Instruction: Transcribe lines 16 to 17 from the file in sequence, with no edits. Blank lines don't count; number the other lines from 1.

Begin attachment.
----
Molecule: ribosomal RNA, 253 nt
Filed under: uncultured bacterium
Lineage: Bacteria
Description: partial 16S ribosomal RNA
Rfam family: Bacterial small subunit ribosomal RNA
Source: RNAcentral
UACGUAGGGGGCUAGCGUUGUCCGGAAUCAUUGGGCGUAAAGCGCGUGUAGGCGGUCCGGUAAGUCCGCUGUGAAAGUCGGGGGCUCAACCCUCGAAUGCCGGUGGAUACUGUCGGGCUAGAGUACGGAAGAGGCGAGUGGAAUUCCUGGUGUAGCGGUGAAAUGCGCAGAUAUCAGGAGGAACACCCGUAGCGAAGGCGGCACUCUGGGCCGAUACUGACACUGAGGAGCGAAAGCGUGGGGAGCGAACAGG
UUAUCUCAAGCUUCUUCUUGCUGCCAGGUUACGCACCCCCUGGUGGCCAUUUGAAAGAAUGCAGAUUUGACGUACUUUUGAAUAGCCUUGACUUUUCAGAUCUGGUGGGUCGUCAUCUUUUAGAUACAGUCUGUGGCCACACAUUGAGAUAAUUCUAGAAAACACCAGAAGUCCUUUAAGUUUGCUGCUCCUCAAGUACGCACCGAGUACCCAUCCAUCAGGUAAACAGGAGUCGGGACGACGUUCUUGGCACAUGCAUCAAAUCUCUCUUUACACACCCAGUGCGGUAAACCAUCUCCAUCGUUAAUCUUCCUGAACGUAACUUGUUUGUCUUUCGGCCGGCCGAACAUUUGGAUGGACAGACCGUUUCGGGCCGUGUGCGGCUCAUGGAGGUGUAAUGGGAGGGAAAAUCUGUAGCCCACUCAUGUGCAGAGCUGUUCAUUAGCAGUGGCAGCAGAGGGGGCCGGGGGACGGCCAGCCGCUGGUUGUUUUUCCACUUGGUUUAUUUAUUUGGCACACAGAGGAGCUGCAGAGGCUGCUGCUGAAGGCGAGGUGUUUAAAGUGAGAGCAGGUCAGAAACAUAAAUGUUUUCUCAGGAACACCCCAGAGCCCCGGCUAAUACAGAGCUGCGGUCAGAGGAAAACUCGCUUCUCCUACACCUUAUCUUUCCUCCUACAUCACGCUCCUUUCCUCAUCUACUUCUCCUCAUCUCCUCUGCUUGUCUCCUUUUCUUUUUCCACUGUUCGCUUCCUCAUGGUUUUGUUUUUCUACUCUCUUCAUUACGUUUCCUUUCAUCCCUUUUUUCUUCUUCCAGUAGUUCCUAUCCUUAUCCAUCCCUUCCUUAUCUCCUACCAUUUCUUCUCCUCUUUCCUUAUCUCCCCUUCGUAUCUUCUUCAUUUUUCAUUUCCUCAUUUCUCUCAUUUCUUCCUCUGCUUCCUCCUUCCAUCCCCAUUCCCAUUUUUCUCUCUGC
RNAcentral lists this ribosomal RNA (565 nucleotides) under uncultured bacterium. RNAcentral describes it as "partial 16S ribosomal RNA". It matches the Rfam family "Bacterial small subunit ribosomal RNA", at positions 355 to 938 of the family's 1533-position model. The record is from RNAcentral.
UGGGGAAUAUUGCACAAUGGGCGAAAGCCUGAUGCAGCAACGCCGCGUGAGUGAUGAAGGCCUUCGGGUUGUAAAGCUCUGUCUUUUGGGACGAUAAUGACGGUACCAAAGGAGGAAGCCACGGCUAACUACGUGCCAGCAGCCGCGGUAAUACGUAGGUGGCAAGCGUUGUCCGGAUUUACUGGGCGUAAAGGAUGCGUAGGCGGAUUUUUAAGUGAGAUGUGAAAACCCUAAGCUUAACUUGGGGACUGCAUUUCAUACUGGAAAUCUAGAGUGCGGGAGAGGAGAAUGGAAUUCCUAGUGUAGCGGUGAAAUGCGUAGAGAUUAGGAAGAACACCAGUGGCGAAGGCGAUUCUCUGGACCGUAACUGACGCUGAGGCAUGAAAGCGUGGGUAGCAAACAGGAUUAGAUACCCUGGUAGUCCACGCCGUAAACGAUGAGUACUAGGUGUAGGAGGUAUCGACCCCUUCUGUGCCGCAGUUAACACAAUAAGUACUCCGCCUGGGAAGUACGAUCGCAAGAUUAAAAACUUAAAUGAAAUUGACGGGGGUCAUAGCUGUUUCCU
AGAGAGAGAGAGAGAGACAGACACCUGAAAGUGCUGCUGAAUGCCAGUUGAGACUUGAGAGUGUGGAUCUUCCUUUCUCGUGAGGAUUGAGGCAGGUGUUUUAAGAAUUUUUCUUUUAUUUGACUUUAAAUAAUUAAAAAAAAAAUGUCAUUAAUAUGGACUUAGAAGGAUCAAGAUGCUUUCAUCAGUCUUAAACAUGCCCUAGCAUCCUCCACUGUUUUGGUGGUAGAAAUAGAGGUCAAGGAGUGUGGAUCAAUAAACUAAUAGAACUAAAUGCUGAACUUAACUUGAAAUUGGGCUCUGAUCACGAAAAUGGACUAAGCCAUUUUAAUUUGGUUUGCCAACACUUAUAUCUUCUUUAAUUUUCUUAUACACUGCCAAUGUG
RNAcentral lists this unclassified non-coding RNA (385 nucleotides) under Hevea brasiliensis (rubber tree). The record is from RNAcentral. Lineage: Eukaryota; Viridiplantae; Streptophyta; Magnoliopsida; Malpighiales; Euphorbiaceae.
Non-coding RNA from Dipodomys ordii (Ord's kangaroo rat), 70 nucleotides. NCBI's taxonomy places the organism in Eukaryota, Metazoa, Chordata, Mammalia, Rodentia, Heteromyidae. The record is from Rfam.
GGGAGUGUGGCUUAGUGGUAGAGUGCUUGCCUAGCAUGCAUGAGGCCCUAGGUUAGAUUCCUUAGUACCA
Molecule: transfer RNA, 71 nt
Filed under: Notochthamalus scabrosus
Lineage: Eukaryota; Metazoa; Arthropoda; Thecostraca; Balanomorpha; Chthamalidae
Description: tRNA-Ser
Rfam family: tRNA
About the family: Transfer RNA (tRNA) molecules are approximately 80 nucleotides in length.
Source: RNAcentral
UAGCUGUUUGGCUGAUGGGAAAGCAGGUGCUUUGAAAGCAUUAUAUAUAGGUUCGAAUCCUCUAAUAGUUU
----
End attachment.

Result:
Filed under: Notochthamalus scabrosus
Lineage: Eukaryota; Metazoa; Arthropoda; Thecostraca; Balanomorpha; Chthamalidae